The countries bordering the Adriatic Sea are significant tourist destinations. The largest number of tourist overnight stays and the most numerous tourist accommodation facilities are recorded in Italy, especially in the Veneto region (around Venice). Veneto is followed by the Emilia-Romagna region and by the . The Croatian tourist facilities are further augmented by 21,000 nautical ports and ; are attracted to various types of marine . All countries along the Adriatic coast, except Albania and Bosnia–Herzegovina, take part in the certification programme (of the ), for beaches and s meeting strict quality standards including environmental protection, water quality, safety and services criteria. As of January 2012, the Blue Flag has been awarded to 103 Italian Adriatic beaches and 29 marinas, 116 Croatian beaches and 19 marinas, 7 Slovenian beaches and 2 marinas, and 16 Montenegrin beaches. Adriatic tourism is a significant source of income for these countries, especially in Croatia and Montenegro where the tourism income generated along the Adriatic coast represents the bulk of such income. The direct contribution of travel and tourism to Croatia's GDP stood at 5.1% in 2011, with the total industry contribution estimated at 12.8% of the national GDP. For Montenegro, the direct contribution of tourism to the national GDP is 8.1%, with the total contribution to the economy at 17.2% of Montenegrin GDP. Tourism in Adriatic Croatia has recently exhibited greater growth than in the other regions around the Adriatic. File:Beach of Rimini (14-07-2012).jpg, is a major seaside tourist resort in Italy File:Triestebarcolana.jpg, The in , Italy, was named "the greatest sailing race" by the for its 2,689 boats and over 16,000 sailors on the starting line. File:Ulcinj, Montenegro - Sept. 2010.jpg, View of , Montenegro File:Golden Cape.jpg, The (Golden Cape) on the island of File:Split center from the air 1.jpg, The in File:NeumCoastBH.jpg, The coast of , the only town to be situated along Bosnia and Herzegovina's of coastline File:Palace Hotel Portoroz.JPG, is the largest seaside tourist centre in Slovenia


There are nineteen Adriatic Sea ports (in four different countries) that each handles more than a million tonnes of cargo per year. The largest cargo ports among them are the (the largest Adriatic cargo port in Italy), the Port of Venice, the , the (the largest Slovenian port), the (the largest Croatian cargo port), and the . The largest passenger ports in the Adriatic are the (the largest Croatian passenger port) and ports in (the largest Italian passenger seaport in the Adriatic). The largest seaport in Montenegro is the . In 2010, the Northern Adriatic seaports of Trieste, Venice, Ravenna, Koper and Rijeka founded the to position themselves more favourably in the EU's transport systems. The port of Trieste is of particular importance for Central Europe because this is where the begins, supplying 100 percent of southern Germany, 90 percent of Austria and 50 percent of the Czech Republic with crude oil.

Oil and gas

is produced through several projects, including a joint venture of the and companies that operates two platforms—one is in Croatian waters and draws gas from six wells, and the other (which started operating in 2010) is located in Italian waters. The Adriatic gas fields were discovered in the 1970s,Ianniello, A., Bolelli, W., and Di Scala, L., 1992, Barbara Field, Adriatic Sea, Offshore Italy, In Giant Oil and Gas Fields of the Decade, 1978–1988, AAPG Memoir 54, Halbouty, M.T., editor, Tulsa: American Association of Petroleum Geologists, but their development commenced in 1996. In 2008, INA produced 14.58 million per day of gas. About 100 offshore platforms are located in the Emilia-Romagna region, along with 17 in the Northern Adriatic. Eni estimated its in the Adriatic Sea to hold at least of natural gas, adding that they may even reach . INA estimates, however, are 50% lower than those supplied by Eni. Oil was discovered in the Northern Adriatic at a depth of approximately ; the discovery was assessed as not viable because of its location, depth and quality. These gas and oil reserves are part of the Province of Northern Italy and the Northern Mediterranean Sea. In the 2000s, investigation works aimed at discovering gas and oil reserves in the Middle and Southern Adriatic basins intensified, and by the decade's end, oil and natural gas reserves were discovered southeast of the Bari, Brindisi—Rovesti and Giove oil discoveries. Surveys indicate reserves of 3 billion of and of gas in place. The discovery was followed by further surveys off the Croatian coast. In January 2012, INA commenced prospecting for oil off Dubrovnik, marking the resumption of oil exploration along the eastern Adriatic coast after surveys commenced in the late 1980s around the island of Brač were cancelled because of Yugoslavia's breakup and . Montenegro is also expected to look for oil off its coast. As of January 2012, only 200 s had been sunk off the Croatian coast, with all but 30 in the Northern Adriatic basin.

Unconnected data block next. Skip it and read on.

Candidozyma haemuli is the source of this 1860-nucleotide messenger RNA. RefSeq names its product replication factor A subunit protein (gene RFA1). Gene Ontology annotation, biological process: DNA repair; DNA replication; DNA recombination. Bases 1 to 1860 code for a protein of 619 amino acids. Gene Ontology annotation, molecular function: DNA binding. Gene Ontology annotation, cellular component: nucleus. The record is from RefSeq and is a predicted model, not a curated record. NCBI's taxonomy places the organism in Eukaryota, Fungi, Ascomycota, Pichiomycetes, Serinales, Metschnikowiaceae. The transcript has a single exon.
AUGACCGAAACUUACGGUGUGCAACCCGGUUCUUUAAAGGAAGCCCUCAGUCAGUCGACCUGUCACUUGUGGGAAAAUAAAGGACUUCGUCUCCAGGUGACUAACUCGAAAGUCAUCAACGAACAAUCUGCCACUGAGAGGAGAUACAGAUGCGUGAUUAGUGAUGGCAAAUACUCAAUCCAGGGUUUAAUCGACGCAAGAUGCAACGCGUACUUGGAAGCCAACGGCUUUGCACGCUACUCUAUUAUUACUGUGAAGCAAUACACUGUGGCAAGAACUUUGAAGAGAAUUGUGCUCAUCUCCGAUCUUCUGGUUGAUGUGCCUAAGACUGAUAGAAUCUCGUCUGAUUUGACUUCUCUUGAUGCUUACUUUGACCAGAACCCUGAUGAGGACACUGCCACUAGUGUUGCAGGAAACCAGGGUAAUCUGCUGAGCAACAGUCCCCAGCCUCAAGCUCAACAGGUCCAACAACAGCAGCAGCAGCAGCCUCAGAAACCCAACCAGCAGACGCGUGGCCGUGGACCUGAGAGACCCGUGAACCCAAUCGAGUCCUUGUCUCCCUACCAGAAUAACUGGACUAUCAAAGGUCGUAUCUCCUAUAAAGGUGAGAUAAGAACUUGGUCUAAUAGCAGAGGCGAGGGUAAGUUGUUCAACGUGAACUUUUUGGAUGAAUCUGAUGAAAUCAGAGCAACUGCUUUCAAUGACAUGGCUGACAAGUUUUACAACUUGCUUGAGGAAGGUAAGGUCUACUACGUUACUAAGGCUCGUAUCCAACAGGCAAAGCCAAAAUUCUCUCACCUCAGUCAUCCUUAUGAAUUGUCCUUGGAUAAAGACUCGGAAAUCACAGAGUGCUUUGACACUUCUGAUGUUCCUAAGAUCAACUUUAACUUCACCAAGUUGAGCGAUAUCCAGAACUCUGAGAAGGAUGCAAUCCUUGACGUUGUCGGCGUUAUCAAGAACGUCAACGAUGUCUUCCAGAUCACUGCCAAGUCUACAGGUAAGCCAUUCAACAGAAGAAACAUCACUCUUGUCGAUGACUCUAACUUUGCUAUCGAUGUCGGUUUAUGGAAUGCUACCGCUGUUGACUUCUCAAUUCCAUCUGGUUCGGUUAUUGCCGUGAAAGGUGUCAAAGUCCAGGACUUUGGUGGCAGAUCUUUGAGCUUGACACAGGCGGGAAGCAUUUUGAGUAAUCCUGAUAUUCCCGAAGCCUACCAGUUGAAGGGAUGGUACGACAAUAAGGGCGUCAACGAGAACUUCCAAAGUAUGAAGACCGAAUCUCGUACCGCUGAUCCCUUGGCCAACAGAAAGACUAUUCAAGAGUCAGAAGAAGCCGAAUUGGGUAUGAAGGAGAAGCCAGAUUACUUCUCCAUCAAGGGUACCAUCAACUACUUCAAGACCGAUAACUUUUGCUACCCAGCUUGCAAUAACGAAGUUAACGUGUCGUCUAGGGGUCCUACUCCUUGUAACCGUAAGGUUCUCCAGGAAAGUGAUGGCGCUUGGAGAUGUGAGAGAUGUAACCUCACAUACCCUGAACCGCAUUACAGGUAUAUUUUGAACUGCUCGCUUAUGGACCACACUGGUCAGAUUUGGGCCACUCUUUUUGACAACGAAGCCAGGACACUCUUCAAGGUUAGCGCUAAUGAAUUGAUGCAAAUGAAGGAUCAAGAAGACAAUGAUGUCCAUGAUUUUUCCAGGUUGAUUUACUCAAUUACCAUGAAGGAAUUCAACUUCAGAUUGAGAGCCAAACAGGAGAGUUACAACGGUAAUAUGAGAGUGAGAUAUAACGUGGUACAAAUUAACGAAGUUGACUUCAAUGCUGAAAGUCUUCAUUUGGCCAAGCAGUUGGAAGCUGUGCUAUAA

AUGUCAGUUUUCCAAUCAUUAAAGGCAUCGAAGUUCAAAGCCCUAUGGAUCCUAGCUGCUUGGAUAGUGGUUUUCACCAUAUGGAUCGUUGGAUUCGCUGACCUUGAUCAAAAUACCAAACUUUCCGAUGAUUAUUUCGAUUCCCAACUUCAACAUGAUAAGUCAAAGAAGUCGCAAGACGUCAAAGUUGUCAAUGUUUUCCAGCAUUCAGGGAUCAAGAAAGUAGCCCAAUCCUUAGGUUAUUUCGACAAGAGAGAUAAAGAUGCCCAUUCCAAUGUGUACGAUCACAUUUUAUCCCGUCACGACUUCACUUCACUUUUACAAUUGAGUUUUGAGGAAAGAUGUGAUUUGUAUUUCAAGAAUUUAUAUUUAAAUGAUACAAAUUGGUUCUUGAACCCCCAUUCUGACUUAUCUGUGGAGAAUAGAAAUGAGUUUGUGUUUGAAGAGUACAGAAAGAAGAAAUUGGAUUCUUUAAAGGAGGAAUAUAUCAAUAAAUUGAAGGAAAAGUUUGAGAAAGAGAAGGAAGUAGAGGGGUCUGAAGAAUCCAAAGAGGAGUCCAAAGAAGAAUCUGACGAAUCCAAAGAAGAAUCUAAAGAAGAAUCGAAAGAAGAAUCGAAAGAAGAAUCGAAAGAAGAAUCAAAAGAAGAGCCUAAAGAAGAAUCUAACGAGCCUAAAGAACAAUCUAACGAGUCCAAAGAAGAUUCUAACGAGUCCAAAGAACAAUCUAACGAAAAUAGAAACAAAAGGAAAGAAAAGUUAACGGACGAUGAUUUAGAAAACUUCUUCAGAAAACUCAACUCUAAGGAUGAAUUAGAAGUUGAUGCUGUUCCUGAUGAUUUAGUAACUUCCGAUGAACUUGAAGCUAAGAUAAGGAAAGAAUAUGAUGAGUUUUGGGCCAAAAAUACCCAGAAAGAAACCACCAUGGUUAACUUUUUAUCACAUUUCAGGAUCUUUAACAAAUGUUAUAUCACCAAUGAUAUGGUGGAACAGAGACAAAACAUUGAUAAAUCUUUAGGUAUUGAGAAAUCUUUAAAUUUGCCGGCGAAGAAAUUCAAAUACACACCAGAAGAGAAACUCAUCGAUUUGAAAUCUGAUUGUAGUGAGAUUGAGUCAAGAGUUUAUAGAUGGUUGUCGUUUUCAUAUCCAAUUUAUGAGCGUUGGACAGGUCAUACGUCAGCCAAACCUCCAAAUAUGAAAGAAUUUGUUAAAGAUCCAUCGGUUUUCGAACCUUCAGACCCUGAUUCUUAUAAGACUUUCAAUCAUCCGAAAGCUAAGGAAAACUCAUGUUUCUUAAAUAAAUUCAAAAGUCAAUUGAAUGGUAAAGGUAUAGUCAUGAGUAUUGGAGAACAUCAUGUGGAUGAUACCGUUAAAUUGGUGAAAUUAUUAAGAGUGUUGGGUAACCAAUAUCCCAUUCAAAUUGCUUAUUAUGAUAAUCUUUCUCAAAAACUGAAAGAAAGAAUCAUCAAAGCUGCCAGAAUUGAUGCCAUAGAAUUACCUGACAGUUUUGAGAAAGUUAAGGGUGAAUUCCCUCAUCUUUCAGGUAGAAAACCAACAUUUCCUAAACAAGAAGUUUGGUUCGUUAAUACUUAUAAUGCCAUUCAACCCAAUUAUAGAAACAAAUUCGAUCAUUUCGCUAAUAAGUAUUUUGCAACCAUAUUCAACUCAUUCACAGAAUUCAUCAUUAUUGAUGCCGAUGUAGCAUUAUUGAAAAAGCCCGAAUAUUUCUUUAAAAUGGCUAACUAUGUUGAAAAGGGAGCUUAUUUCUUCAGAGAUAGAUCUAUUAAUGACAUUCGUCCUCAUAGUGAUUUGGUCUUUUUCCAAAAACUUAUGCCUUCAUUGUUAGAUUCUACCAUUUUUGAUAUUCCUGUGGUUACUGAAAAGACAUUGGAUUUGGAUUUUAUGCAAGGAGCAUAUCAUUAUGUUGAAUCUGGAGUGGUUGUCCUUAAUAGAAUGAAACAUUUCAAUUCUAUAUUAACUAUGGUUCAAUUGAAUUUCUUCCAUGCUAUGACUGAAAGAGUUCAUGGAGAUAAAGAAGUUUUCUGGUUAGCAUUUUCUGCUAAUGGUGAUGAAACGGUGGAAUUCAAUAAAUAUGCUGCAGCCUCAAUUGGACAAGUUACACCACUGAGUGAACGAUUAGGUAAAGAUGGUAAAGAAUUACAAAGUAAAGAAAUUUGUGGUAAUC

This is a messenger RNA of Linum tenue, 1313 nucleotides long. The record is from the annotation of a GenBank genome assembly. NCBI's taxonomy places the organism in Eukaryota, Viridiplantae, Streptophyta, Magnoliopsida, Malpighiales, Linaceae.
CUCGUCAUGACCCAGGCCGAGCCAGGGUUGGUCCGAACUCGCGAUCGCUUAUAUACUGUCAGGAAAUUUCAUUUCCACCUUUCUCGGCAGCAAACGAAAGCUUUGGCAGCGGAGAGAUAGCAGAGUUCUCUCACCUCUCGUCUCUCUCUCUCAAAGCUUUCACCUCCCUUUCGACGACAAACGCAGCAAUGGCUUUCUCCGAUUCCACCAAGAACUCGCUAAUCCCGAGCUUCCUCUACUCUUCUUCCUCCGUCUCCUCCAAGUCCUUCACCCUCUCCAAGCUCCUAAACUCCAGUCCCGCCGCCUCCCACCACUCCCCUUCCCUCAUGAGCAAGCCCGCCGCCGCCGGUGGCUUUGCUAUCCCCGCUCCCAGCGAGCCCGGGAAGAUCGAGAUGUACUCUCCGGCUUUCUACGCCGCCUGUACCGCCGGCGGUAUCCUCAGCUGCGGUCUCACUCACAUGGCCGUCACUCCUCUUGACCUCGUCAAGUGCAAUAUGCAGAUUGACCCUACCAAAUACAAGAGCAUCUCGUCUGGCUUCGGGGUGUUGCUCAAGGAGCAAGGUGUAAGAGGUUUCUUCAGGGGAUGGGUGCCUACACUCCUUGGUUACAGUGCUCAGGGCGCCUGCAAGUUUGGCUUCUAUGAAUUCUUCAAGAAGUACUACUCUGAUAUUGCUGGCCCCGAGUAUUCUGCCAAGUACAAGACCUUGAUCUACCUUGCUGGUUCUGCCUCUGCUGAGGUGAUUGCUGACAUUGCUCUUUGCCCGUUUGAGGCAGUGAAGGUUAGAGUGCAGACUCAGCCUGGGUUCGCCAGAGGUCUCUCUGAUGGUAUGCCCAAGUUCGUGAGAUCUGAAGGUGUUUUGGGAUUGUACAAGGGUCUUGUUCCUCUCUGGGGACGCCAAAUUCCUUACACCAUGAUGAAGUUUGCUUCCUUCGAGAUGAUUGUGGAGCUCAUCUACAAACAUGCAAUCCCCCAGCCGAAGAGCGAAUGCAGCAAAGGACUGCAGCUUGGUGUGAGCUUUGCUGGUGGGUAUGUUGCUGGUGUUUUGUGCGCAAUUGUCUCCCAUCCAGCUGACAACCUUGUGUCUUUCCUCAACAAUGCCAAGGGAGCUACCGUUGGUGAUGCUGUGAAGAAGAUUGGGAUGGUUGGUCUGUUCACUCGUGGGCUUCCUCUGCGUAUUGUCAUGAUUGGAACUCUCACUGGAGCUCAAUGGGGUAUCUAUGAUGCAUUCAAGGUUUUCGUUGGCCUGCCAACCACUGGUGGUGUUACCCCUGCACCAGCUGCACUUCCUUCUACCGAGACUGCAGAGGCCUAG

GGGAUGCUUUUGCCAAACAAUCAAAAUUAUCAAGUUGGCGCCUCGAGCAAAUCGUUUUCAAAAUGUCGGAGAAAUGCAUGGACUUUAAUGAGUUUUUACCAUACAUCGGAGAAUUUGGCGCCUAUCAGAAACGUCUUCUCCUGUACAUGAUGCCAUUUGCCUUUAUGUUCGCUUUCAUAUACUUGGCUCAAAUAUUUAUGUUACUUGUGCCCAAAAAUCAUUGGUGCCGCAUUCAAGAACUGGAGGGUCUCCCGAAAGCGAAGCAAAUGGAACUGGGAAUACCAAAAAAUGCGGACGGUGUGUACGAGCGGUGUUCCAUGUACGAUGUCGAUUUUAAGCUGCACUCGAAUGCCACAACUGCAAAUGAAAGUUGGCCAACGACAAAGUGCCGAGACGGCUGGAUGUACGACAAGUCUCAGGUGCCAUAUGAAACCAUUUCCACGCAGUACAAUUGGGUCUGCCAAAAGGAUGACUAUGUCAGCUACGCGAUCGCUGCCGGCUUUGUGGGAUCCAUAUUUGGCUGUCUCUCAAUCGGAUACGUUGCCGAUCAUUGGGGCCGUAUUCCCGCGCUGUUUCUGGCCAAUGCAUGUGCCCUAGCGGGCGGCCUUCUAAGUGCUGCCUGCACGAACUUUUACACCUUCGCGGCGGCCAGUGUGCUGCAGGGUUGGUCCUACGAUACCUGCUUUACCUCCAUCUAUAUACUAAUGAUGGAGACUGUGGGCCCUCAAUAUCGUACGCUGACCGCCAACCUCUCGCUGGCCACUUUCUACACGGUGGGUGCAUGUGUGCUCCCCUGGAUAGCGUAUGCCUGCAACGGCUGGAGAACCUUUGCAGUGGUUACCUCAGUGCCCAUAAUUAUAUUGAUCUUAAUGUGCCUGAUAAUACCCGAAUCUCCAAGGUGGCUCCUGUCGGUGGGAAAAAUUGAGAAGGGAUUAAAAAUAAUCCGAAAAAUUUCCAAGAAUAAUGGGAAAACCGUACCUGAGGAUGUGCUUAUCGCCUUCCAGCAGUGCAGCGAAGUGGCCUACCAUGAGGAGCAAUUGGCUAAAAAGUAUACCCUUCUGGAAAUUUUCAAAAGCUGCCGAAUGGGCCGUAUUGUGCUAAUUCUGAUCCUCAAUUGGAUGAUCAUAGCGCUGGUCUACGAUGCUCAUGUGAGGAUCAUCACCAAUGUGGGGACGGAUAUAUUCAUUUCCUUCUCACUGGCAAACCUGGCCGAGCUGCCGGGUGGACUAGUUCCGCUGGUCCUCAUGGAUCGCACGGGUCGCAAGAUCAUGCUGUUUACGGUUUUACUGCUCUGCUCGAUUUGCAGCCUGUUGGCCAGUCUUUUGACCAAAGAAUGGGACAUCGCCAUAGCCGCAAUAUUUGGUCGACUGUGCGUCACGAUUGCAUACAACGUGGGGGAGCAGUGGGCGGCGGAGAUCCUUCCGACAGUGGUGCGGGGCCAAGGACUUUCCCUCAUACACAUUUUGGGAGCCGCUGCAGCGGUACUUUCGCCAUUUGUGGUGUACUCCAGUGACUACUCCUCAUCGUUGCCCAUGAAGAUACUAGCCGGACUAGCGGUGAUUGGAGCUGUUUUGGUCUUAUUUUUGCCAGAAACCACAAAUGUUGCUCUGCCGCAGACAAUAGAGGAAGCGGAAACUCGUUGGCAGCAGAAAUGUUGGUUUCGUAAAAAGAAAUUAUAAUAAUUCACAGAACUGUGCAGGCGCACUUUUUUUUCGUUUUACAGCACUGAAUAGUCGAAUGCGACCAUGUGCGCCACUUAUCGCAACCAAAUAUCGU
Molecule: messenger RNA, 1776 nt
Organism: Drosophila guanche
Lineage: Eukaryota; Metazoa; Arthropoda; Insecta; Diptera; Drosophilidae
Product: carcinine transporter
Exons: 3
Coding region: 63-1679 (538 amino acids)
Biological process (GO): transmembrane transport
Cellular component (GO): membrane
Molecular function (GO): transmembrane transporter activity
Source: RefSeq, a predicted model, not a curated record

File:Durres harbor from the sea.jpg, , the largest port in Albania File:Luka brajdica 040408.jpg, , the largest cargo port in Croatia File:Koper (39).jpg, , the largest port in File:Triest Port1.JPG, , the largest cargo port in the Adriatic File:The port of Bar, view from Vrsuta mnt (39372956332).jpg, , the largest seaport in Montenegro File:Porto_ancona.jpg, Port of , a large passenger port

See also

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External links

Region 5 – Western Africa, Mediterranean, Black Sea Nautical Charts
from the
Nautical Chart 54131 (Adriatic Sea)
from the National Geospatial-Intelligence Agency
the seashore of our posterity
nbsp;– video recording of Albanian, Croatian, and Montenegrin coasts {{good article Bodies of water of the Slovene Littoral